The solution is a new model of health care distributed in the community: Community Paramedicine or Mobile Integrated Healthcare. The hospital provider, primary care physicians, case workers and local first responders work together to address patient care in the community as opposed to solely in the hospital setting or ER. This innovative model is designed to:
- Reduce emergency room overuse and abuse
- Lower readmission rates
- Help discharged patients with wound care, medications and questions related to their recovery
- Control costs and impacts of substance abuse through ER abuse
- Provide proactive care to those in need throughout a community
- Create a seamless partnership between medics, municipalities and area hospitals to share data and communicate patient care
Regulations around Community Paramedicine or MIH are in their infancy, as many hospitals are developing models and partnerships with community EMS providers and firefighters to support in-the-field care. The Commonwealth of Massachusetts Department of Public Health has recently modified the regulation 105 CMR 173.000: Mobile Integrated Health Care and Community EMS Programs.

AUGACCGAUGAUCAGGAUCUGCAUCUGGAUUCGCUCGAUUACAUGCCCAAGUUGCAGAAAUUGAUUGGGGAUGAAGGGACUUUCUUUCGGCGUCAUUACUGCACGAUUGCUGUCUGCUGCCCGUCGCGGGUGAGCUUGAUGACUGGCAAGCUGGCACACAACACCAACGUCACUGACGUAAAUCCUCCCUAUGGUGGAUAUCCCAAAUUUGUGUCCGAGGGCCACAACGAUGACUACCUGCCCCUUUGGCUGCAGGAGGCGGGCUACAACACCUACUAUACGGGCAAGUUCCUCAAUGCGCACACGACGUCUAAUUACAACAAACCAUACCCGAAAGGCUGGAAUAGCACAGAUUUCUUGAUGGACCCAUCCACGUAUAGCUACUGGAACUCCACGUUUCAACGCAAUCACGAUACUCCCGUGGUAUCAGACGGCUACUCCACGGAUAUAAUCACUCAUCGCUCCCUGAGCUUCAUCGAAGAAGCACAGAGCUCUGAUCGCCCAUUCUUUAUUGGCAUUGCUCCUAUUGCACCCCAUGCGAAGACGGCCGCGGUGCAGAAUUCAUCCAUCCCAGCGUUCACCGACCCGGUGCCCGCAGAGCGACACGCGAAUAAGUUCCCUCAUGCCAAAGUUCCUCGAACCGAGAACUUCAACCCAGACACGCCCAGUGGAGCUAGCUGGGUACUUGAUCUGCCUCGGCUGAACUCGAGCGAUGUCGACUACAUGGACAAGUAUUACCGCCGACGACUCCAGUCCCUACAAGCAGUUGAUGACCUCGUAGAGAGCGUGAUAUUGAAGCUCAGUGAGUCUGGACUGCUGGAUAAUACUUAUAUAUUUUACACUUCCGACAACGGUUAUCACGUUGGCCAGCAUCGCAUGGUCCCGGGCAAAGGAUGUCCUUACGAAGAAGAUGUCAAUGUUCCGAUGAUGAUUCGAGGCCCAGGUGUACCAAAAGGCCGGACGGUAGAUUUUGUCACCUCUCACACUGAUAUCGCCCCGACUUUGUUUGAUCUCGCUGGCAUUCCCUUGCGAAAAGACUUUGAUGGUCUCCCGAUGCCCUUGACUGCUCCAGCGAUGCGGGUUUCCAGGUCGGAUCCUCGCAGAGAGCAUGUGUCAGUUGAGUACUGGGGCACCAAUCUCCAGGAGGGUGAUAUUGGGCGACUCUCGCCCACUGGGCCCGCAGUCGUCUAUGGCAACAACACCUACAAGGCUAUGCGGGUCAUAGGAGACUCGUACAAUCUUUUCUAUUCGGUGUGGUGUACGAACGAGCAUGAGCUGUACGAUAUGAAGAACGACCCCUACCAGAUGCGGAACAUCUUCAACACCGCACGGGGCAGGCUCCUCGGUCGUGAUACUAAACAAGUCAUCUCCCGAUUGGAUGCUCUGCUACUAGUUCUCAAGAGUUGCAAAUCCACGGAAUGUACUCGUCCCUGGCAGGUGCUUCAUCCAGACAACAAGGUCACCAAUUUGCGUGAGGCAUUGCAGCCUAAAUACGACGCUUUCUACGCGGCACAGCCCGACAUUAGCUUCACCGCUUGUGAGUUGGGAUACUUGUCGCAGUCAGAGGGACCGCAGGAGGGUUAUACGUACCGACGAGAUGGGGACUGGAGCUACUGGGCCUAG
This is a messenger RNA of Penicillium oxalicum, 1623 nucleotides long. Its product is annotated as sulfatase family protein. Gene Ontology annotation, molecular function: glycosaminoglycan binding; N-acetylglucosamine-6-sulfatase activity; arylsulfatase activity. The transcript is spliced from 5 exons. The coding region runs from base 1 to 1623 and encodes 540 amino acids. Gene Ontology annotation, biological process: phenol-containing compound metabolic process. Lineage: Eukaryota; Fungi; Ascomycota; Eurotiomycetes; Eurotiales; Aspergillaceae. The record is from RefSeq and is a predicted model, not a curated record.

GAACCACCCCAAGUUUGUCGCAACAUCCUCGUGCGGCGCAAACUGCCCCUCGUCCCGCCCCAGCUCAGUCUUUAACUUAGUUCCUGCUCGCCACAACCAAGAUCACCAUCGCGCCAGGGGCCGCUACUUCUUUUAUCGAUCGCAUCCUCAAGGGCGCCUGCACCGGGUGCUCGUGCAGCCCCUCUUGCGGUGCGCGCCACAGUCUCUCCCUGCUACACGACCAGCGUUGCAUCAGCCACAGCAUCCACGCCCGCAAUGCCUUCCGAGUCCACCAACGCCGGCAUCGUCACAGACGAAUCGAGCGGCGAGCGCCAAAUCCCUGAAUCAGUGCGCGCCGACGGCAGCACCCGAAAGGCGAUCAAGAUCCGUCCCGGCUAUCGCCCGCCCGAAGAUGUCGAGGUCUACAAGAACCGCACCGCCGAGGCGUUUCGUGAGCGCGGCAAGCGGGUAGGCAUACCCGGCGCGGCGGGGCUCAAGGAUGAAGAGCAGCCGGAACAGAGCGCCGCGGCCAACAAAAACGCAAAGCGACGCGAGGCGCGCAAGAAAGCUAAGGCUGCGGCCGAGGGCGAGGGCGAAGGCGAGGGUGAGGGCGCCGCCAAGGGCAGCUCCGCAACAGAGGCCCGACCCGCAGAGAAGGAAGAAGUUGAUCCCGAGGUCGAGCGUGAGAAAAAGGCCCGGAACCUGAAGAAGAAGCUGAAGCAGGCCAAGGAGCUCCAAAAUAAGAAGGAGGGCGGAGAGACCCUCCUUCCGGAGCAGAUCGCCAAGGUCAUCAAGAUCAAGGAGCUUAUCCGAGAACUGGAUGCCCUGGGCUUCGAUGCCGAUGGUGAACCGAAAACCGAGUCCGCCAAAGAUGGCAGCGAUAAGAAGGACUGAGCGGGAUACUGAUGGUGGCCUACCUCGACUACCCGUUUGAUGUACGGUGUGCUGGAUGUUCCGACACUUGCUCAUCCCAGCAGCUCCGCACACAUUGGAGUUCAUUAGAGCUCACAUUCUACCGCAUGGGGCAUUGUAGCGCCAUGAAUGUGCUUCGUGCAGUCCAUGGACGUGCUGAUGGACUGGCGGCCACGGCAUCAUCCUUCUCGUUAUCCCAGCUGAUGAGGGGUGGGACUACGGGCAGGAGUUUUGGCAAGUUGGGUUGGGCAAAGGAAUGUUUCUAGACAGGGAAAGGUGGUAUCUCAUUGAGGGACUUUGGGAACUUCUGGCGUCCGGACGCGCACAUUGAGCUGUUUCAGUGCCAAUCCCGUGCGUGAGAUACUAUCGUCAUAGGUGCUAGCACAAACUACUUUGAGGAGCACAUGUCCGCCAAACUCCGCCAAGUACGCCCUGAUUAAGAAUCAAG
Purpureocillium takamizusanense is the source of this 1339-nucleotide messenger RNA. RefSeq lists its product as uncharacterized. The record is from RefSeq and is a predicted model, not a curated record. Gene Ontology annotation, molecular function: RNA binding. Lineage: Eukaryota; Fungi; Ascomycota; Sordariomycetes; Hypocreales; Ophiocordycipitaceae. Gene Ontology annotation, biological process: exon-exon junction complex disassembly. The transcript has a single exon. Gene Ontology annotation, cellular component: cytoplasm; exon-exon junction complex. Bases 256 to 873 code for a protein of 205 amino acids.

The other concern for the future of Community Paramedicine includes the financial support for the program. Because there is multi-agency coordination to make the program work, funding for these programs is often a challenge. Many states are creating grants that hospitals can take advantage of, but there are still high costs associated with delivering Community Paramedicine. The beneficiaries of these programs are obviously the patients, but also the hospital in its ability to serve emergency patients and reduce readmissions for reimbursement from insurers.